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Here’s what a completed deal could mean for customers:
• Bigger choice of phones for T-Mobile subscribers. T-Mobile, as a much smaller carrier than AT&T, doesn’t get as many exclusives on top-line phones, and it doesn’t have the iPhone. This won’t be a big benefit to T-Mobile subscribers who don’t have contracts — if they want the iPhone today, they can sign up with AT&T or Verizon Wireless. But subscribers under contract would find it easier to upgrade to an iPhone.
• Fewer pricing plans to choose from. T-Mobile and AT&T have different offerings, some of which might disappear from the market.
• No more unlimited data plans. AT&T has stopped offering unlimited data plans in favor of plans with monthly data usage caps and overage fees. T-Mobile USA still offers “unlimited” data for smartphones for $30 per month, but slows down downloads after 5 gigabytes of traffic in a month. If the deal closes, current “unlimited” subscribers would likely be grandfathered in, but AT&T would probably stop offering the plan to new subscribers.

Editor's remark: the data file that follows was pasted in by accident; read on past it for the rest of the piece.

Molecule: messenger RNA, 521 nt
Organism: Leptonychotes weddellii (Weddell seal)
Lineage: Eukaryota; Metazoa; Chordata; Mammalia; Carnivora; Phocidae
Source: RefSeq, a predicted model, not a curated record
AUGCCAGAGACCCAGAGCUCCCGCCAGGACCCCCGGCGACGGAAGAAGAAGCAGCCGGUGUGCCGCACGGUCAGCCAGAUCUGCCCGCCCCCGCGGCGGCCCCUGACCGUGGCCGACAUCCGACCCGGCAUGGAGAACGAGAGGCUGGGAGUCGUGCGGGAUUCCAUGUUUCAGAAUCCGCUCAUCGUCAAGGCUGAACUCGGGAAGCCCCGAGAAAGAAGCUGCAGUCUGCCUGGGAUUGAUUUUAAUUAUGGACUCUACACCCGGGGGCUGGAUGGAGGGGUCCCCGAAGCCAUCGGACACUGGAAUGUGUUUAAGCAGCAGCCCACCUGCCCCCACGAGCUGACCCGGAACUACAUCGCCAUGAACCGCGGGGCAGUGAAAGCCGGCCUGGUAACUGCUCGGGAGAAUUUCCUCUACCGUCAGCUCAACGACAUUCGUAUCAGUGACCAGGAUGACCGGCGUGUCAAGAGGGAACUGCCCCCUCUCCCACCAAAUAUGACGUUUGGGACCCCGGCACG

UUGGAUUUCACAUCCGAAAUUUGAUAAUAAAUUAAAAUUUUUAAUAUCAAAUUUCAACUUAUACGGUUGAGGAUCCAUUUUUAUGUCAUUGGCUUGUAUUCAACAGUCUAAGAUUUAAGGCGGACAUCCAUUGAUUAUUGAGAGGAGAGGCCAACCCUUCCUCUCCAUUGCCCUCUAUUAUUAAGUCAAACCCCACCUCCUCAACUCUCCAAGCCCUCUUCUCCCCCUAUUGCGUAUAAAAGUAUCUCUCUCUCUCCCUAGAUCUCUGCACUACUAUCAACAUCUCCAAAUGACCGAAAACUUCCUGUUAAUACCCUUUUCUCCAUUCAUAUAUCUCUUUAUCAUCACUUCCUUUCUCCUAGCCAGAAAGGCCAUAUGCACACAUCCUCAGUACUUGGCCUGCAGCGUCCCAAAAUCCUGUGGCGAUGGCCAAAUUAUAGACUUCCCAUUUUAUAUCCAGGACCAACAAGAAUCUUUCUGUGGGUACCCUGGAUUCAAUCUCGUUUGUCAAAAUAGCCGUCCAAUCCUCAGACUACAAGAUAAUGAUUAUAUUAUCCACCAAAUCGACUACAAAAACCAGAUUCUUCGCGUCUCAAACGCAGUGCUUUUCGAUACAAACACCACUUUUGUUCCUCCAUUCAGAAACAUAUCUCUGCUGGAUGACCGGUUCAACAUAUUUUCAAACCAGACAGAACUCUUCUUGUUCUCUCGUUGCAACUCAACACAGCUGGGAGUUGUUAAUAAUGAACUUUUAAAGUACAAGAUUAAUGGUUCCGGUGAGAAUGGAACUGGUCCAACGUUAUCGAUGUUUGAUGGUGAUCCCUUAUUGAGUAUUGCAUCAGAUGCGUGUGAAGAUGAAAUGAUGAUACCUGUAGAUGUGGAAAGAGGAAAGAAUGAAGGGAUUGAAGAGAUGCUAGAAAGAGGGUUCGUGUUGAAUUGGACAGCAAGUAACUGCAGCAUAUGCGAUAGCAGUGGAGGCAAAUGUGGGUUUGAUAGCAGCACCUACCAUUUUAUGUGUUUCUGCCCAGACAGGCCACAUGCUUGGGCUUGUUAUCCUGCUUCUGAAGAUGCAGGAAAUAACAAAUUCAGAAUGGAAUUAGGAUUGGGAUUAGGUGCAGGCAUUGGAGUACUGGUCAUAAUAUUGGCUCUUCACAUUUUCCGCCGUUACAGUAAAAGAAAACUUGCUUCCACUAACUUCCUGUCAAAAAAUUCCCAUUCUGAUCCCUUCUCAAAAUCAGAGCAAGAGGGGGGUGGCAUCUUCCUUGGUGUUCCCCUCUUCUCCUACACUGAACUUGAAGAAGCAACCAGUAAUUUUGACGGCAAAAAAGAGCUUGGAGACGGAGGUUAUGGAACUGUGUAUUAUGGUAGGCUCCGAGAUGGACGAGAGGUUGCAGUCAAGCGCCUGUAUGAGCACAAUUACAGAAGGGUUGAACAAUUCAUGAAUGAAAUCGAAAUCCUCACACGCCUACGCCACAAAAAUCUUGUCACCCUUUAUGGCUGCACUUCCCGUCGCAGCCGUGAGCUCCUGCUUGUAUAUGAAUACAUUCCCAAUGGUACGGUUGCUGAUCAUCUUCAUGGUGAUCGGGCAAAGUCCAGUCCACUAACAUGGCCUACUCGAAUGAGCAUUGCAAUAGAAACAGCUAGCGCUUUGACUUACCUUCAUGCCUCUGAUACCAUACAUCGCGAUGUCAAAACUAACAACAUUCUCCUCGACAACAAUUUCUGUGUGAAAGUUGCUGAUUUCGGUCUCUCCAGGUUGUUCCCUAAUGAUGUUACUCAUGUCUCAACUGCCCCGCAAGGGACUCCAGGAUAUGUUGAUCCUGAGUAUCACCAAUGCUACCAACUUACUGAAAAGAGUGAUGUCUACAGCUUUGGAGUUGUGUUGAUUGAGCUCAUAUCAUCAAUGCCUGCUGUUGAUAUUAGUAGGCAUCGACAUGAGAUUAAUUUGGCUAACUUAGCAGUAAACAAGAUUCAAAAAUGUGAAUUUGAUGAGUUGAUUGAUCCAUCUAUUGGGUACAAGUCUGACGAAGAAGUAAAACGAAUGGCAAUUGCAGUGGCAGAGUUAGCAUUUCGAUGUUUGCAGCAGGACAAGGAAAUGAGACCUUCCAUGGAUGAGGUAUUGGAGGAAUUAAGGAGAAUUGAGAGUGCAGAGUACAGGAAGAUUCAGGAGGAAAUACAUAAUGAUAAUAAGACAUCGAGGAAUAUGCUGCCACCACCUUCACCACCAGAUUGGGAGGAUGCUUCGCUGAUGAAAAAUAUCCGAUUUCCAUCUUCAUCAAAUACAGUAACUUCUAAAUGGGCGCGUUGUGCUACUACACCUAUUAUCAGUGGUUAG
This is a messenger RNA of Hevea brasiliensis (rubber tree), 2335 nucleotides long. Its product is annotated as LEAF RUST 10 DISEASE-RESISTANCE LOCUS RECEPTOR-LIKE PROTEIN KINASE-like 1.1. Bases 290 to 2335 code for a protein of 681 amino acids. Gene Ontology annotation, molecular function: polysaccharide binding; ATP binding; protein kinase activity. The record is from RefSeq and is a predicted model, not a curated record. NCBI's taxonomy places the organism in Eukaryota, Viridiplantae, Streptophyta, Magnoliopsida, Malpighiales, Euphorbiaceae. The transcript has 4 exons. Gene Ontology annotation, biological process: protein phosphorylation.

• Better network coverage. Combining the two networks will improve performance is some areas, because there will be more towers available. However, today’s AT&T phones can’t use T-Mobile’s 3G wireless data network, and vice versa, because they run on different frequencies.
• Wider rural broadband coverage. AT&T is pledging to increase spending on the construction of a new ultrafast broadband network by $8 billion, to cover rural areas.
• The big question is whether the combination would let AT&T, Verizon and Sprint raise prices on wireless service once competition from T-Mobile disappears. AT&T points out that prices have fallen through a decade of mergers in the industry, but public-interest groups are raising concerns.